Paris-Nice and Tirreno-Adriatico races provide early clues to form ahead of Grand Tours

As the World's leading road racing cyclists hone their fitness as a prelude to riding the Grand Tours during late Spring and Summer, two important stage races have finished in recent days and while it is still early days in the cycling calendar, the results have provided an indication of the current form of the main favourites for the Italian, French and Spanish three week toursAs the World’s leading road racing cyclists hone their fitness as a prelude to riding the Grand Tours during late Spring and Summer, two important stage races have finished in recent days and while it is still early days in the cycling calendar, the results have provided an indication of the current form of the main favourites for the Italian, French and Spanish three week tours

The seven stage Tirreno-Adriatico race in Italy was billed as an early clash between Chris Froome, Alberto Contador, Nairo Quintana and Vincenzo Nibali, but Froome withdrew just days before the start of the race due to a chest infection and Nibali rarely threatened with his Astana team currently being accused of illegal doping practices.

Yet the race will be most remembered for the weather conditions on the mountainous stage five to Monte Terminillo with a serious snowstorm affecting both riders and road conditions near the summit. Quintana proved his well-being by attacking near the finish to win the stage by over 40 seconds with Contandor finishing in a small group just over a minute behind the Colombian climber. Quintana assumed the overall race leadership with a 39 second gap to Belgian rider Bauke Mollema and Contador just over a minute adrift of the leader in fifth position.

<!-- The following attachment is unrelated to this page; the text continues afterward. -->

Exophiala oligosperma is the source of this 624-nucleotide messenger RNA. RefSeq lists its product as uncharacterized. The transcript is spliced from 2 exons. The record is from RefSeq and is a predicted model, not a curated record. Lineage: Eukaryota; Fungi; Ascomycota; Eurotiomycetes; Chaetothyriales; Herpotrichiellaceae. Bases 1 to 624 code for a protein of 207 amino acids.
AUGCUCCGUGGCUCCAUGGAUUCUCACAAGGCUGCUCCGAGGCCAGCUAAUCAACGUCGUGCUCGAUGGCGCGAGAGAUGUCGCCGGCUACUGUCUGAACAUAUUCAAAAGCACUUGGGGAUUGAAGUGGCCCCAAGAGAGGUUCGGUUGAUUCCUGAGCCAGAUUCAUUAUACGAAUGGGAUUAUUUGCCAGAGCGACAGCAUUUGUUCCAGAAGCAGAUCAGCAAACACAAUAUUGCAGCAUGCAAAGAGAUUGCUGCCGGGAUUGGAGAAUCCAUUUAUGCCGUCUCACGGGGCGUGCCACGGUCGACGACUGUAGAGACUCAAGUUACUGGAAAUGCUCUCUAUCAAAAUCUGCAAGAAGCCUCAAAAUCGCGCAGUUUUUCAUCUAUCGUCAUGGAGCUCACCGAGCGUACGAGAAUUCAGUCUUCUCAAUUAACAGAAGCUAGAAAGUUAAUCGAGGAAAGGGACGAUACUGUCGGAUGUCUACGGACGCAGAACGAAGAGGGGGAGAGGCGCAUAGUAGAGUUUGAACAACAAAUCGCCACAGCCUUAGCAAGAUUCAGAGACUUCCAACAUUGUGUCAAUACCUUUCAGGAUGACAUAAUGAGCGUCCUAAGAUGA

Quintana did lose time to most of his challengers during the final 10 kilometre time trial won by Fabian Cancellara but he still claimed overall victory by a comfortable 18 seconds and thereby sending a defiant message to his rivals ahead of racing in the next few months.

Meanwhile over in France, Richie Porte demonstrated that the Team Sky cyclists may have emerged from their winter training programmes in decent form, especially after the Australian rider and his team-mate Gerriant Thomas occupied the first two positions at the finish on the Col de la Croix de Chaubouret, during a mountainous stage four.

Yet French cyclist Tony Gallopin had appeared a certain winner of the race when he won the penultimate stage six of the event between Vence and Nice which followed the difficult terrain of the Alpes-Maritime region for much of the route. On an unusually cold and wet day at the finish of the stage on the Promenade des Anglais in Nice, Gallopin claimed the stage victory by over 30 seconds to secure the leader’s yellow jersey with Porte 37 seconds adrift on general classification and Polish rider Michal Kwiatkowski back in third position.

The final stage of the race involved a fairly mountainous individual time trial from close to the Nice Riquier railway station around Mont Gros and then scaling Col d’Eze. In similarly damp and cool conditions over a distance of 9.6 kilometres, Gallopin could only finish 29th and surrendered his overall race lead to Porte who won the stage to claim the race victory by 30 seconds. It was second victory in the race after his triumph in 2013 and indicates that he already appears in prime condition to help Froome during the forthcoming events.

There remain several more preparatory races before the Grand Tour races begin but early signs suggest that some riders have already declared their fitness while others may be playing a waiting game.

John Welsh

John Welsh

A freelance sports writer specialising in football, horse racing, cycling, athletics and betting. Also, the author of book [sc:bookbiolink], a novel covering the exploitation of young African footballers and their experiences in Europe.
[email protected]
John Welsh

John Welsh

A freelance sports writer specialising in football, horse racing, cycling, athletics and betting. Also, the author of book [sc:bookbiolink], a novel covering the exploitation of young African footballers and their experiences in Europe. [email protected]

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